Joan Ferrer, Technical Sales Manager, Ravago Building Solutions, discusses the crucial considerations when calculating U-values for inverted flat roofs.
The robustness of U-value calculations are of paramount importance due to increased emphasis on energy performance of buildings and the growing adoption of BIM for building management, ensuring that structure and envelope performs as well in reality as in computer models.
The latest version of the BS6229:2018 ‘Code of Practice for flat roofs with continuously supported flexible waterproofing coverings’ came into effect in November 2018. Some of the revisions have been welcomed by the industry, yet there are also concerns.
European Products Standards thermal test results provide a reliable and consistent approach in assessing thermal conductivity of insulation products, overcoming the inherent degree of variability of solutions. The resulting declared lambda (as specified in BS EN 13164 for XPS insulation) incorporates ageing of materials, further reinforcing the robustness of subsequent calculations.
Sometimes referred to as the 90/90 value, declared lambda represents 90 per cent of production achieving the quoted conductivity value at a confidence level of 90 per cent. However, when an inverted flat roof is specified additional correcting factors are required to account for the unique end use conditions.
Detailed and accurate information should be available from the manufacturer of proprietary materials, though in lieu of official guidance it may be appropriate to use generic figures for the materials. Confusion about the thermal conductivity value representing the thermal insulation material must be avoided at all costs because the thermal insulation layer contributes the majority of the total thermal resistance in the final U-value.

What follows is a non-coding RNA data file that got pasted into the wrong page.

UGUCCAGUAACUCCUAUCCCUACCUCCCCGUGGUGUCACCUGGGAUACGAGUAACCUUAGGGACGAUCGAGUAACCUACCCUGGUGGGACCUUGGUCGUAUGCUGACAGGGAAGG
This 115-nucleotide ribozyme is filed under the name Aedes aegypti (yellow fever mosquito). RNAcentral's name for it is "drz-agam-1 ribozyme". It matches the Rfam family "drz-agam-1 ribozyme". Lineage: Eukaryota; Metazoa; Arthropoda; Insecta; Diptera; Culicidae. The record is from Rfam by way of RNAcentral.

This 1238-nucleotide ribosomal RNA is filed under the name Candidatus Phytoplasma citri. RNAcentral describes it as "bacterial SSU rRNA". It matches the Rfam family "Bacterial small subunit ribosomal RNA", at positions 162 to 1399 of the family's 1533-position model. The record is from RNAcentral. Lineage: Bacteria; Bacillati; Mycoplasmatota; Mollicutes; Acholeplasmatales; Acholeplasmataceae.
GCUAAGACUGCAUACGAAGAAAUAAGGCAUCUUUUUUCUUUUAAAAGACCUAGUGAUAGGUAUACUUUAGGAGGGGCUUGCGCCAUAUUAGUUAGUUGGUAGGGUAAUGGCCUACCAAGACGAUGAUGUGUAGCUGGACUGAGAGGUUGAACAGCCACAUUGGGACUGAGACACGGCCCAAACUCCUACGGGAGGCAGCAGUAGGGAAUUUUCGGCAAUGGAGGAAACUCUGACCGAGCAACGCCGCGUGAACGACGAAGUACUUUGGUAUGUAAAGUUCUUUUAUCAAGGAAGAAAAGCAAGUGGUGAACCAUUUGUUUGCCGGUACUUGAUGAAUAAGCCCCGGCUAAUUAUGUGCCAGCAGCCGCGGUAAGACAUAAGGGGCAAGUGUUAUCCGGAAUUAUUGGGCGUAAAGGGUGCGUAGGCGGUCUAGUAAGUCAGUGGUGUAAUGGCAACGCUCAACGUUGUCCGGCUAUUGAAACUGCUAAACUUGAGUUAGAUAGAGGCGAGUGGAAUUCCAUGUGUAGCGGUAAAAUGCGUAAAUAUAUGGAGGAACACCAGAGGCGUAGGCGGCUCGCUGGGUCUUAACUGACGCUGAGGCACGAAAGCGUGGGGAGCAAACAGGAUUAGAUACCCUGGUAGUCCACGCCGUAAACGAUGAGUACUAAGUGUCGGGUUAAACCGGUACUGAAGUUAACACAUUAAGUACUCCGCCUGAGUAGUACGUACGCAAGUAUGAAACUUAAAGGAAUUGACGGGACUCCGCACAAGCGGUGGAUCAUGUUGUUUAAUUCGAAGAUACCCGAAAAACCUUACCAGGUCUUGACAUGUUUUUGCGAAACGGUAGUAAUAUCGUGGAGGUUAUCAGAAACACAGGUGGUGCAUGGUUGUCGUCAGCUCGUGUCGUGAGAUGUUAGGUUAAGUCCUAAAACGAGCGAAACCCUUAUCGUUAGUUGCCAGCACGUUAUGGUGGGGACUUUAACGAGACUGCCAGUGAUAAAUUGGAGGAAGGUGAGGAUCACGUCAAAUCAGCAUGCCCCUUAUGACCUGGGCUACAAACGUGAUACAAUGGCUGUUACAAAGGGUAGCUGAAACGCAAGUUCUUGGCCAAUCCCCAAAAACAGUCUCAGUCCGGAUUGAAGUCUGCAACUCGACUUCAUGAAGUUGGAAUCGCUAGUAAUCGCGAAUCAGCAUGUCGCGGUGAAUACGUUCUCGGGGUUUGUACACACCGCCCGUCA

Building location impacts energy performance, as two identical buildings constructed in two different climates would perform differently. When considering an inverted flat roof the principle concern is rainfall levels and the ensuing rainwater cooling effect.
There are many advantages to placing insulation above the waterproofing layer, however water flowing beneath the insulation boards to drainage outlets is an additional heat loss mechanism, meaning that the volume of rainfall is integral to thermal performance. A correction (Delta U) can be calculated as set out by BS EN ISO 6946:2007, considering average rainfall and the percentage of water that will subsequently reach the waterproofing layer, known as the drainage factor (fx).
A proportion of rainwater can be assumed to flow underneath edge-profiled interlocking boards for calculation purposes, European Technical Approval Guideline (ETAG) 031-1 offers a figure of 30 per cent. In instances where a water flow reducing layer (not to be confused with waterproofing) is used, the flow of water can be reduced to typically around 1 per cent. This layer between the insulation and ballast significantly reduces the resulting Delta U.
Paragraph 126.96.36.199 of BS6229:2018 examines how thermal performance is impacted by rainwater penetrating the insulation layer and reaching the waterproofing layer as a result of poor workmanship on the water flow reducing layer (WFRL). Ravago Building Solutions believes there is no evidence to support the assertion of routine poor workmanship, and find the 10 per cent increase in insulation thickness to be entirely arbitrary and unfounded until evidence has been gathered and tests carried out to substantiate the claims.
The potential for interstitial condensation is reduced due to the waterproofing layer being on the warm side of an inverted flat roof, serving as an effective vapour control layer. Furthermore, the fundamental design of an inverted flat roof considerably reduces the risk of condensation, but it does not eliminate it, as there could be sudden drops in temperature due to the rainwater cooling effect.
Ravago Building Solutions offer a free U-value calculation service for prospective customers.